“Reckless” and “misleading” are words reported from the judge about a Santee Cooper legal story recently. Stark language, and you can see it online.
That kind of thing catches the eye.
Background: A court ruled that a case involving some Santee Cooper bond holders could proceed; not be dismissed as the company requested.
In the news report, the judge ruled that the bond investors could proceed in the case because of, “sufficiently alleged misstatements or material omissions” … and a “a strong inference” that Santee Cooper “acted recklessly in that the danger of misleading mini-bond purchasers was so obvious that they must have been aware of it.” As noted, take a look at the entire story.
The case is about Santee Cooper mini-bonds and an investor who brought the case. Questions might be summarized as what Santee Cooper knew, when, and investor communications.
Santee Cooper sold more than $100 million in mini-bonds directly to state residents in 2014, 2015 and 2016, says the news story.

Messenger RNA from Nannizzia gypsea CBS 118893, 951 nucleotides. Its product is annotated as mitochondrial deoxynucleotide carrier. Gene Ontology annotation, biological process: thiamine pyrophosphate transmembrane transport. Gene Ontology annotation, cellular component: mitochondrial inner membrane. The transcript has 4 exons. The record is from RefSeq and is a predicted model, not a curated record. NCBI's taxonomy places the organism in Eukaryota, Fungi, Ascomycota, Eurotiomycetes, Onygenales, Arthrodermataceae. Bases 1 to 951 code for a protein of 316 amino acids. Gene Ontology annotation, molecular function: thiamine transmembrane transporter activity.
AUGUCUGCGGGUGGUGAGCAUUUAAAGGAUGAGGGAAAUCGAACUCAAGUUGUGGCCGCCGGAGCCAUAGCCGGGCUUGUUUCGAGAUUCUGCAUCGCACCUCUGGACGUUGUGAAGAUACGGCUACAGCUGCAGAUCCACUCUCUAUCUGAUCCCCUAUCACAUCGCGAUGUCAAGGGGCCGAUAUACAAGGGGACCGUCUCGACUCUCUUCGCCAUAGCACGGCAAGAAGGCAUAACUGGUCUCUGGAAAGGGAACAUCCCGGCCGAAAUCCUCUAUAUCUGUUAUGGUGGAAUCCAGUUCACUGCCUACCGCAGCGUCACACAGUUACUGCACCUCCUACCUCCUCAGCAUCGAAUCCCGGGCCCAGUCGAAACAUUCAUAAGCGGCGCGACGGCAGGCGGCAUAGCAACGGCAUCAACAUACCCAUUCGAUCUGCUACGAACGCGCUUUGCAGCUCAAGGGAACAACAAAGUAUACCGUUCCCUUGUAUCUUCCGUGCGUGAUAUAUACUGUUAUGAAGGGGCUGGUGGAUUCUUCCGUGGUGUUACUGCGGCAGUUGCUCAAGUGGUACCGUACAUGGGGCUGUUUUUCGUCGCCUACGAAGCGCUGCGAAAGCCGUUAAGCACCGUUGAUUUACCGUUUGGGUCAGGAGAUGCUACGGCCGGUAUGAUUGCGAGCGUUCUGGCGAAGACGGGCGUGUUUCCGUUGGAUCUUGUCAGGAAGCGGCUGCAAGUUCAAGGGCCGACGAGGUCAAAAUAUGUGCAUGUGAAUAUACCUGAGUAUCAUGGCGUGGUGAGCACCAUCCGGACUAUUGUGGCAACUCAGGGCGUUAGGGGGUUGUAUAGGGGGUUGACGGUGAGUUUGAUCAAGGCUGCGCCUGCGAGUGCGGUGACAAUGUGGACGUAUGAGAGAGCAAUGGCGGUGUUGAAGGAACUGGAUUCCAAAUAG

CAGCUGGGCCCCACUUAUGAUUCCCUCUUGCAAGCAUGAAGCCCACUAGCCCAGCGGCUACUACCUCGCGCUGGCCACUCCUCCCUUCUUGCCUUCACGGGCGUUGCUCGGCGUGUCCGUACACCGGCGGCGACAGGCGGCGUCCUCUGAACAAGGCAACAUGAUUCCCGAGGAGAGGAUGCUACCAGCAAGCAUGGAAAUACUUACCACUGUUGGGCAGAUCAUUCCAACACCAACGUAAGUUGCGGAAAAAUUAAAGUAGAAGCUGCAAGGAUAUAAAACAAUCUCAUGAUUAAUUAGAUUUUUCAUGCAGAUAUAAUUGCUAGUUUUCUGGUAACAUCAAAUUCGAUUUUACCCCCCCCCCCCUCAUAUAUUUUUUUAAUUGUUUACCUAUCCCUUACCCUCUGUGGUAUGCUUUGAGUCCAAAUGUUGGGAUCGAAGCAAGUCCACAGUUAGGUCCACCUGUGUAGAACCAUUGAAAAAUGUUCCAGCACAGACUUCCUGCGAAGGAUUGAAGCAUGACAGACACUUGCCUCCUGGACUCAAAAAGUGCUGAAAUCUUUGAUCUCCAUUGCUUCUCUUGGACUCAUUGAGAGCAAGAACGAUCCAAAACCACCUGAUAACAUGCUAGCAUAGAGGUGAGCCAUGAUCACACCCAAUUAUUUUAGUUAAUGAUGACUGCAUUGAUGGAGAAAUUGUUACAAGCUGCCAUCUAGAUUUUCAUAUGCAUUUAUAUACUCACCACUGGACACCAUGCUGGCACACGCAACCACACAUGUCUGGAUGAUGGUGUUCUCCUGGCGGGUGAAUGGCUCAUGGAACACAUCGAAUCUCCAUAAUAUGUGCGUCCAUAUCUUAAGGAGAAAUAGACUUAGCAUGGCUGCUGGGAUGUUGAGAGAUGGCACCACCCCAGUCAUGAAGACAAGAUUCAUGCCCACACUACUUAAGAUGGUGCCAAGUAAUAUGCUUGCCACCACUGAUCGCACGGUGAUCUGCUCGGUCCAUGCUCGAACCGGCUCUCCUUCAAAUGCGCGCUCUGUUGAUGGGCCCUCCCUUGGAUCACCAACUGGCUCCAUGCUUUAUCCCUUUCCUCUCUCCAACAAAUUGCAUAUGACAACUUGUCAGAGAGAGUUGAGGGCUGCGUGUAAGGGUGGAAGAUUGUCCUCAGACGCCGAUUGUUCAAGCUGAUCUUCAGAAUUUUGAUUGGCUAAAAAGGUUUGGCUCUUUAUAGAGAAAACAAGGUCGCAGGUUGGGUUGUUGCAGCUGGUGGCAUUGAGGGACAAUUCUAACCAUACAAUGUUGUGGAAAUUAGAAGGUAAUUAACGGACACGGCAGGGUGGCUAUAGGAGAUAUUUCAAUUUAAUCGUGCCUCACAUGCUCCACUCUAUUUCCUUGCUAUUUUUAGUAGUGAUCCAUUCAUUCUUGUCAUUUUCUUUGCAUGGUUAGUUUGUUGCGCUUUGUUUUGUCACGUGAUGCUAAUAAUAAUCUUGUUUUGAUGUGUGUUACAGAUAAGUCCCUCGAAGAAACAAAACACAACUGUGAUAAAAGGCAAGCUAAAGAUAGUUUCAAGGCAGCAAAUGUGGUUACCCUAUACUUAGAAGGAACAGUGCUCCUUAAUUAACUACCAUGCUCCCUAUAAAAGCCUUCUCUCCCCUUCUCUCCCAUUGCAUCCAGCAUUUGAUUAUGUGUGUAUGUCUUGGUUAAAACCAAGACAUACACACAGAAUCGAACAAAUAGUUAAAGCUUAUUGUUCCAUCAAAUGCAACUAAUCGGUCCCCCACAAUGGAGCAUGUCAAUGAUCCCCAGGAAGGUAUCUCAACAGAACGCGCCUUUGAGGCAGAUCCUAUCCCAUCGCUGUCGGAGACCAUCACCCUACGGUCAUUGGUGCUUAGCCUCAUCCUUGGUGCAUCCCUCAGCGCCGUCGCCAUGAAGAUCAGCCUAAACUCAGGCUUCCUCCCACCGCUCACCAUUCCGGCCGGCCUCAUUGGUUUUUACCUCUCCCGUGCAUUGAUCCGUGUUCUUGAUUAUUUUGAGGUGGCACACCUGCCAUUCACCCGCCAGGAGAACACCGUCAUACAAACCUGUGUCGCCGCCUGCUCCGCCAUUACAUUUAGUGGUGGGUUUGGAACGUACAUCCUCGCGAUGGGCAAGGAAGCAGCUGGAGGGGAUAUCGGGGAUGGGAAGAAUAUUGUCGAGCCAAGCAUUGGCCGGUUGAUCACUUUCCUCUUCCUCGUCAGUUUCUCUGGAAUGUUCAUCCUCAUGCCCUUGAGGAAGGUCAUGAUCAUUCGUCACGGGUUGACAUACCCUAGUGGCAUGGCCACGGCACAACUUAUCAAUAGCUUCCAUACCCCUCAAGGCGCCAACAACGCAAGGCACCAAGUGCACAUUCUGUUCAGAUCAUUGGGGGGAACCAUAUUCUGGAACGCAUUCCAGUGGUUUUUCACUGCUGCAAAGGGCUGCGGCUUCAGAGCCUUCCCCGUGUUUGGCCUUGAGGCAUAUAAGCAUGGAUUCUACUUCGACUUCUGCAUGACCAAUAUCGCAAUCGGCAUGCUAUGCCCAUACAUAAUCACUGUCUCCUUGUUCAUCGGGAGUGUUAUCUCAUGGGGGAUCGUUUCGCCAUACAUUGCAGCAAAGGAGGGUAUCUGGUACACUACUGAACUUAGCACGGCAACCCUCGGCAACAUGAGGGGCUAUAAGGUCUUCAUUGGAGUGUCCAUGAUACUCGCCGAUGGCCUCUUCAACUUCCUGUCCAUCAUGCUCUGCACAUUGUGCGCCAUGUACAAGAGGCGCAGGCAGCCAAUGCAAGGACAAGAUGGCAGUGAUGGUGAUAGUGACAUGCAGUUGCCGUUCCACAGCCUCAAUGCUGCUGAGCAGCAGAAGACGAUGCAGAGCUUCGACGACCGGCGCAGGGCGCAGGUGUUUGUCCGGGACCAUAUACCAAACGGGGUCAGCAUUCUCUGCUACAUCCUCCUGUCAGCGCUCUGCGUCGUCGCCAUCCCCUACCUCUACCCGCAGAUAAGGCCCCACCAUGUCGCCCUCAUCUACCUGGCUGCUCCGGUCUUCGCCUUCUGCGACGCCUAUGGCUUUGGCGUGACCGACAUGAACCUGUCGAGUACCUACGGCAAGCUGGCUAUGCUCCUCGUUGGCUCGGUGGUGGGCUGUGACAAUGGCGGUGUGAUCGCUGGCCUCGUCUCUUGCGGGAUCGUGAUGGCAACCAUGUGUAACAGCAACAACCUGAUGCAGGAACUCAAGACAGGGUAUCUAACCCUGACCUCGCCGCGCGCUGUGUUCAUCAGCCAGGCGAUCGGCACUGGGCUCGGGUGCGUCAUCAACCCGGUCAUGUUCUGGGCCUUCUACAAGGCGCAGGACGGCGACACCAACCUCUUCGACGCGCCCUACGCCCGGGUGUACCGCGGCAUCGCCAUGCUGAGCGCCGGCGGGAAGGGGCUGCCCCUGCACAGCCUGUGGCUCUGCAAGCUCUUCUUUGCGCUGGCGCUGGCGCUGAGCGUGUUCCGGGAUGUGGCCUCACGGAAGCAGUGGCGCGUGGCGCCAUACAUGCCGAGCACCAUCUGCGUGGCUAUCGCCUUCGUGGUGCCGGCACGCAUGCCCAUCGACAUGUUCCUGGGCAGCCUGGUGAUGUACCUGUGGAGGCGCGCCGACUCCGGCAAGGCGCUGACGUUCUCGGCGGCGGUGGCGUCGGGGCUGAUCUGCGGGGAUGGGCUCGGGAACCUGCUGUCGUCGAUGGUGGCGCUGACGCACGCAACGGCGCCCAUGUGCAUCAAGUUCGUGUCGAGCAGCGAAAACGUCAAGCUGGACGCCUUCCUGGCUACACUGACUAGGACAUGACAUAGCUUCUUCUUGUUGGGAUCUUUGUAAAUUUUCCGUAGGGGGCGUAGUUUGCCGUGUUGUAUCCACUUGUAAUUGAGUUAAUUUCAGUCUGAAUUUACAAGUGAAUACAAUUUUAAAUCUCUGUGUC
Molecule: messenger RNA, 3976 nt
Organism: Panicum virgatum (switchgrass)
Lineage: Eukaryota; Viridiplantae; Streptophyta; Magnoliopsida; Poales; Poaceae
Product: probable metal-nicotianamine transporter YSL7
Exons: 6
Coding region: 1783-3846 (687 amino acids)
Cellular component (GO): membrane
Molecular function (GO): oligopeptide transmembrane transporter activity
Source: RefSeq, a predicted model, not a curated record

Bond Buyer magazine describes the mini-bonds like this: “Santee Cooper has issued mini-bonds in small denominations directly to South Carolina residents for years, with official statements saying that the proceeds were being used to fund capital improvements. … Santee Cooper’s 2014 mini-bond deal was sold in denominations of $200 and $500, according to its official statement.”
The Santee Cooper website now says: “Santee Cooper’s outstanding Mini-Bonds have been called and the program has been closed.”
The request to dismiss the case, which was rejected by the judge, is here.
The larger issue on this is whether this is “more of the same” regarding Santee Cooper.